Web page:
James Koehler tapestry

The James Koehler videos from the Denver Art Museum, Part 5: Weaving Process

This post is the continuation of my series of blog posts discussing the five Denver Art Museum videos about James Koehler.

James Koehler was a fast weaver. Anyone who weaves many hours a day is a fast weaver. But James had a real ability to focus. He could tune out everything and just weave. When there were students and apprentices in his studio as there often were, he was frequently pulled away from the loom to answer questions or supervise an apprentice's activity (I could wind balls of yarn like a champ, but when I got to work on re-hemming his tapestries, that made him nervous... which frankly made me nervous). But when we all went home at 5 pm, he worked. I frequently would return the next day to find that a piece that had several inches left to weave at 5 pm was off the loom. Sometimes he had even done the finishing and the tapestry was rolled up, ready for the photographer.

I talk some about why I weave on a floor loom and what I like about weaving all the way across using the beater on the loom. James wove much of his work all the way across. All the pieces like this Chief Blanket piece we are discussing in these videos were woven one pick at a time all the way across the loom. To do the joins he used in this piece, he had to weave it that way as everything was interlocked all the way across in some sections.

I weave all the way across whenever I can in part because I learned that way, but also because I use this join and a lot of irregular hatching to move color around. When using hatching, the color areas are interpenetrating and you can't weave one section before the other. If my color blends are going throughout much of the piece, I have to weave all the way across.

The other reason I talk about in this video is the nature of the fabric created. I don't see this reason talked about much at all among tapestry weavers. My tapestries certainly feel like a fabric. They might even make a nice blanket. They are fairly soft, thin and flexible. James' work felt similarly. When using the beater on the loom, it is possible to get a very even beat and to create a fabric that is not thicker in some areas than others which also means that it hangs very flat on the wall.

However, weaving all the way across is not possible all the time if you want to utilize the full range of tapestry's potential. James' Harmonic Oscillations pieces were woven somewhat differently. He wove up each curve and often outlined the edge of it before filling in to as close as flat as he could, beating with the beater bar on the loom, and then building up the next wave. I often weave up in shapes with the intention of outlining something or completing a section faster than another one. I like the flexibility of using a floor loom as it allows me to weave both ways in the same piece depending on the imagery I'm creating.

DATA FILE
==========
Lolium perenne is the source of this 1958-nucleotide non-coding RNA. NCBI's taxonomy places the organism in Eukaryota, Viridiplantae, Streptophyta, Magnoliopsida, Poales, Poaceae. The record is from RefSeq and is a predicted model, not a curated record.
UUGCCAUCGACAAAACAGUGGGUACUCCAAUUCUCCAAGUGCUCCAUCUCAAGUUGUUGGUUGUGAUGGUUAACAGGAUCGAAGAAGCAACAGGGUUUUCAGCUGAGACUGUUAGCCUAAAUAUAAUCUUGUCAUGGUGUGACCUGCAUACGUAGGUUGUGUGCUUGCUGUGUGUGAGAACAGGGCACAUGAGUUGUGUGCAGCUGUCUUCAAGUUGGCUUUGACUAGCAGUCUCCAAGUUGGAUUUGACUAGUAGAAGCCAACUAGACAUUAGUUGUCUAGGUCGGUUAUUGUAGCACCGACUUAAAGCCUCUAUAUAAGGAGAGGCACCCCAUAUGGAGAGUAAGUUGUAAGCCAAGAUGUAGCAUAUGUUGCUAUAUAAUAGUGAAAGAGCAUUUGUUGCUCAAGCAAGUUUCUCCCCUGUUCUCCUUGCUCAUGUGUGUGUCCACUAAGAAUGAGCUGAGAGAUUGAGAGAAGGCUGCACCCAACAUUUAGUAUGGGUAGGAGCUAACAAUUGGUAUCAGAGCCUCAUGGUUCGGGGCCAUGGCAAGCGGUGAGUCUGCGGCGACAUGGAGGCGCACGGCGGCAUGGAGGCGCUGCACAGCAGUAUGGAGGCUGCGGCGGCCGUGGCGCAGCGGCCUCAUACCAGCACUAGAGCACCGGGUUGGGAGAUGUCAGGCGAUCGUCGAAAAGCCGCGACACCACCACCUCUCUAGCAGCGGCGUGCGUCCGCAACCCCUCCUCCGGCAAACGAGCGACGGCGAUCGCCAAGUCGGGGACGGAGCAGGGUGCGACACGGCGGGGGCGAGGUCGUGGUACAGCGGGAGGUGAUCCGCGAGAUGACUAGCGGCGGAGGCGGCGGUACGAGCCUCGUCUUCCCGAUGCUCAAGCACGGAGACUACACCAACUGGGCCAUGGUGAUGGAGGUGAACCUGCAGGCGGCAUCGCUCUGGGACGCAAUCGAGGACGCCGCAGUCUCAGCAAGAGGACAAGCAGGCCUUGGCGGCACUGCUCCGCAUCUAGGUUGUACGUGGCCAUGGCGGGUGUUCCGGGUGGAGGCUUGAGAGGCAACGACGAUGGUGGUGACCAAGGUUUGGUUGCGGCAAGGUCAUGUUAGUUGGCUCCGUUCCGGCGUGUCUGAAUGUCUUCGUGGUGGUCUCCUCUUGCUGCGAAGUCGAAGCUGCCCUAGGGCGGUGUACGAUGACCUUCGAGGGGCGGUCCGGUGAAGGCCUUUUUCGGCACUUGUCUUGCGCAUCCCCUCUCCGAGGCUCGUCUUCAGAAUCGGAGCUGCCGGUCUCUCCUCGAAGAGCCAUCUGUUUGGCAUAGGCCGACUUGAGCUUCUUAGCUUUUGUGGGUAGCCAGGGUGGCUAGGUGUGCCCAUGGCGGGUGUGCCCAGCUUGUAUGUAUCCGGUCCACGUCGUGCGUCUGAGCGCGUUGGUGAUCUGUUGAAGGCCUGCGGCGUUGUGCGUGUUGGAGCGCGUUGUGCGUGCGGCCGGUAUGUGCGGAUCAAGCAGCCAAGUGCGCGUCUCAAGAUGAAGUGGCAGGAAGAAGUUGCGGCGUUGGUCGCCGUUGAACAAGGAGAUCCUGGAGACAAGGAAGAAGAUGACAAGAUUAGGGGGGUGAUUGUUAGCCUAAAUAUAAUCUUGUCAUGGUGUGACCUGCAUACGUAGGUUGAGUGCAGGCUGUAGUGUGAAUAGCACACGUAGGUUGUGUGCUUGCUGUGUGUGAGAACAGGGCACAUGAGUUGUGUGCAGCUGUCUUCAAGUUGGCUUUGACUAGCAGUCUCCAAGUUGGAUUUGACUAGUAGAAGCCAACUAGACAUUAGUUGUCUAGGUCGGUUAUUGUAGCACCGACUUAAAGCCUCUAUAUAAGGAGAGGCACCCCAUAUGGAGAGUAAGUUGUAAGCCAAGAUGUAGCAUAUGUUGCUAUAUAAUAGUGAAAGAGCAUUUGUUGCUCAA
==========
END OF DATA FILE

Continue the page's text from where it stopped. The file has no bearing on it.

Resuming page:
Just a note on what Barb says about an iron. Neither I nor James uses an iron on our tapestries. I use a steamer. For the most part, I don't want to squish the tapestry at all, I just want to use the steam to get a little shrinkage in the fibers to make the tapestry lie completely flat. James used a Jiffy steamer, but any clothes steamer that can be used horizontally (with the tapestry lying flat on a table not hanging on a hanger like a shirt would be) will work.

Below is the last of the five videos. See the links below if you missed the other four.

If you receive these blog posts via email updates, you'll have to visit my blog on the internet to view the videos or look for them on YouTube. http://rebeccamezoff.blogspot.com

This is the fifth in a series of five posts about the James Koehler Denver Art Museum videos.
Here are links to the first four posts:
Part 1: Color
Part 2: Flat Tapestry
Part 3: Meditation
Part 4: Teacher

Here is one of the Harmonic Oscillation pieces. This one was woven sideways and each of the curves would have been woven up to the curve and then he put in an eccentric outline before continuing weaving straight across the grid. In this case you can see that the eccentric outlines were done with a lighter color which really accentuates the curves.
James Koehler, Harmonic Oscillation LXIII
I want to thank the Denver Art Museum for giving me this great opportunity to speak about James Koehler, my experiences as his apprentice, and his work. James died in 2011 but we do hope his work lives on especially through his students and his student's students.

The James Koehler videos from the Denver Art Museum, Part 1: Color

A few months ago I did a long interview with the curatorial staff at the Denver Art Museum about my tapestry teacher, James Koehler. The interview, broken into five parts, is part of a display of one of James' pieces in the current tapestry show at DAM, Creative Crossroads: The Art of Tapestry.